So that’s it.
I’ve stopped. Given up the uphill struggle. Given up the unequal struggle.
There’s brexit…what can I do about that? Nothing. So stop worrying and getting angry about it.
Then there’s dementia. What can I do about that?
I’ve been working – trying to work – with my local health providers and commissioners for ten years. Seeking to inform them, influence them, to change their work providing care for patients in hospitals and in the community, people with long term conditions, people living with dementia.
Co-production? Involving the people who live with these illnesses? Listening to them? Allowing them to say what they need, and how to provide it?
Nah. They know better. They are, after all, professionals. They are paid to know best what’s good for us.
And they have the power. They hold the purse strings. They have the law.
They meet when it suits them and in private. In public they give us bland reassurance, the easy commitment to listen and consult. They say what will get us off theirs backs for a while. The patronising, condescending smile.
Till next time.
And we do it over again. And again. And again.
So I am passing the baton to others.
After a few weeks of growing and mowing, prepping for the wedding, recovering afterwards, I have decided to take my own advice.
What matters to me? What gives me pleasure? What makes me smile and relax, and want to sit down with a book?
Well it’s not sitting in meetings!
For ten years I changed a habit of my lifetime. I started saying yes to every opportunity that came my way. I asked to join groups and committees, to go to conferences, to speak in public.
After my dementia diagnosis I got a new life and many new, very good friends. I joined the circuit.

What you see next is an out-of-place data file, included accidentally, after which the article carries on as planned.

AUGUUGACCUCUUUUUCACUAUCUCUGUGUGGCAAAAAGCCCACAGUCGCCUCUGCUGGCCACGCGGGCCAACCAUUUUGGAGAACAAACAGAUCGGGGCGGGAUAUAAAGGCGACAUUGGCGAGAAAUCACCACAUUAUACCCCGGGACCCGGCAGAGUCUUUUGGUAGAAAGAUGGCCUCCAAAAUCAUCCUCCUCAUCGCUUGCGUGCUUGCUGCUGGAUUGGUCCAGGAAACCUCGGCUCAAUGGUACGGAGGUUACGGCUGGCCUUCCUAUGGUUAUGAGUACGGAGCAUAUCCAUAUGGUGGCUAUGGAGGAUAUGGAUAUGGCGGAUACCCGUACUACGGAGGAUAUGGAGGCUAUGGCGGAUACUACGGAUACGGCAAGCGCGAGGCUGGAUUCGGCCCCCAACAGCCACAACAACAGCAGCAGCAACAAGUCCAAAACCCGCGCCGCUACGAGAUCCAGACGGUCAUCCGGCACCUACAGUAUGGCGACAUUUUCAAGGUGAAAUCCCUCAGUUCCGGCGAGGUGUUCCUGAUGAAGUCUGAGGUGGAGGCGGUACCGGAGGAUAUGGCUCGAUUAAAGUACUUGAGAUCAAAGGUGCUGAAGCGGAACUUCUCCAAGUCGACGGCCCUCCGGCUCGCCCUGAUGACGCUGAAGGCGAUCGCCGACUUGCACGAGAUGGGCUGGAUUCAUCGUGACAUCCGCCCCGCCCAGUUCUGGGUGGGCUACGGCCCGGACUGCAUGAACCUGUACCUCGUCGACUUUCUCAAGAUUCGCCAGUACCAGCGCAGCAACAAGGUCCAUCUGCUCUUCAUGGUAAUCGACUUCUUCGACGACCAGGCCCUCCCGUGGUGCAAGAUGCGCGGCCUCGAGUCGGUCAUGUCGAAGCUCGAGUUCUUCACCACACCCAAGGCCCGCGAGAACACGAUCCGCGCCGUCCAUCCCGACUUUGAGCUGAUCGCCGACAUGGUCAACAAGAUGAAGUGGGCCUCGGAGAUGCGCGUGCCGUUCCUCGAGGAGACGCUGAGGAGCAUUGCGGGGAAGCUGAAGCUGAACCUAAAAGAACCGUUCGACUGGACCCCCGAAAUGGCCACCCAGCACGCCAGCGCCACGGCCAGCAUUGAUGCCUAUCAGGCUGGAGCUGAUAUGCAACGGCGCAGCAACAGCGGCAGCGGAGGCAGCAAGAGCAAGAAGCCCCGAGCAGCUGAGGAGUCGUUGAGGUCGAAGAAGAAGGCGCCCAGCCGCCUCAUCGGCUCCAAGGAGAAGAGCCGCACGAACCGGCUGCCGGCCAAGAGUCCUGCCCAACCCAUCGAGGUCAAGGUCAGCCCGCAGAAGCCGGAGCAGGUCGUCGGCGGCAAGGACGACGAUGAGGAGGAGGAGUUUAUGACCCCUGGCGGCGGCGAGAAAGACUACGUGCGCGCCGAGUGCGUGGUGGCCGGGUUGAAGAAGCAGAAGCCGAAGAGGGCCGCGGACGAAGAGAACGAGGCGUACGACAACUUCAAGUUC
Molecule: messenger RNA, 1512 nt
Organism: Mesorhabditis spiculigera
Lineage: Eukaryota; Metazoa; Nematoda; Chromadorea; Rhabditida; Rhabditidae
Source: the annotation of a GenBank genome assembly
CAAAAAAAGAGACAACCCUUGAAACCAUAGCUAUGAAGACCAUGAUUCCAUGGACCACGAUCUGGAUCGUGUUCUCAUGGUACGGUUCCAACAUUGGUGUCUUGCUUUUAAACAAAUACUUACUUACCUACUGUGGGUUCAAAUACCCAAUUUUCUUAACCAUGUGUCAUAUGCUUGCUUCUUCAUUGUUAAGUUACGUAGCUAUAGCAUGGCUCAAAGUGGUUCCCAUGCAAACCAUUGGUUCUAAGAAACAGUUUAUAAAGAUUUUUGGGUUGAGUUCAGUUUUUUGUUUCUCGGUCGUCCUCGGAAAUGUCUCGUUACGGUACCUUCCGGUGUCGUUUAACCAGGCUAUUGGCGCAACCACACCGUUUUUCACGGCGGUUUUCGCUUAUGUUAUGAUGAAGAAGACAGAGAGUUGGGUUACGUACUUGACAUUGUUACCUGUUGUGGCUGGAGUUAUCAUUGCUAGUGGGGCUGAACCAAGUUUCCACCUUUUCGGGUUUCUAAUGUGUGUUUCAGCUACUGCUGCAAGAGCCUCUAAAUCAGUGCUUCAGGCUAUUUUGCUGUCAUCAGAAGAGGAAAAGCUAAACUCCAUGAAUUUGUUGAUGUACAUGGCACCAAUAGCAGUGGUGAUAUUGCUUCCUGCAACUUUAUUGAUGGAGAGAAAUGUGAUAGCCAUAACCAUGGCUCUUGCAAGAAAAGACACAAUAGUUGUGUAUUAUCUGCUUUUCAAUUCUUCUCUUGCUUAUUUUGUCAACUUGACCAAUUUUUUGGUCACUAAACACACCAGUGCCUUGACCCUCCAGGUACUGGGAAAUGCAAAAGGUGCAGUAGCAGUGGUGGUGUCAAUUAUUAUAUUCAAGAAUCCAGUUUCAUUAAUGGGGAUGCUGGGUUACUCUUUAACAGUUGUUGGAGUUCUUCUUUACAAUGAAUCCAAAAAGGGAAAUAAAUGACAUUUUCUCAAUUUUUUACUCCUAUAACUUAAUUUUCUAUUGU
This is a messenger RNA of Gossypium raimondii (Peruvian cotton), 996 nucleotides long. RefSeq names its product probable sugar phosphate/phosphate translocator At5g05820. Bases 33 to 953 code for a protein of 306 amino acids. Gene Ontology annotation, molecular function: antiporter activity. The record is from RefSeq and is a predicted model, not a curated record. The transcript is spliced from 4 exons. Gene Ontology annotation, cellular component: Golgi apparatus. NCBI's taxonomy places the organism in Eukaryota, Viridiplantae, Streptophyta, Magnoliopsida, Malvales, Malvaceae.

And I have, I really have, enjoyed doing all that.
And every time a door looked like it was opening I pushed. Often gently, occasionally forcefully.
And I always thought it might be the time that the door might open. If I didn’t push, the opportunity would be lost. So I tried.
Again and again and again.
I have been getting tired of travel. Getting up at 5.30 to catch the 6.56 train for a London meeting, and getting back at 8.00 pm. It now takes two days to recover.
Staying away in hotels. Eating often fairly crappy food. My fault probably, but it just happens, doesn’t it. Not sleeping. Noise.
It’s partly my own fault too. I often end up chairing groups. It’s just what I do. I’m good at it, and like to work to make sure things happen. I don’t want to sit in meetings, go away, and come back three months later to find nothing has moved on.
So I keep my finger on what needs to be done. And that absorbs my time and thought. And I lose sight of…
What matters to me.
Which is why I am stepping back from a lot of stuff.
I admire and will support all those who do this work. Some of you spend almost all your waking hours travelling, working (unpaid), lobbying, trying to influence change. Please, if you enjoy it, go on doing it.
I have seem some signs of change, of a willingness to listen and to involve us. But God it’s slow.
I was 68 last month, and I have suddenly become aware of time becoming short. I don’t feel ill. I don’t feel tired. I have simply lost the passion that you need to go on hitting brick walls and going back for more.
I love being outdoors, walking quietly with Lupin, growing flowers and veg, observing and listening. Seeing the minute but constant changes each day along the same lanes and hedges and woods.
I’m going to walk along beaches, collect stones, watch Lupin disappear into the sun haze over the sands.
For months I have been drifting towards this, but I’ve been held back by fear of boredom. And isolation.
But now I feel at peace with that.
It’s simply time for others to take over. I’ve had enough.
No, of course I’m not going to stop everything! And I’ve got a few commitments in my diary for the next year. But I want to stop thinking about bloody dementia every hour of every day.
And just live.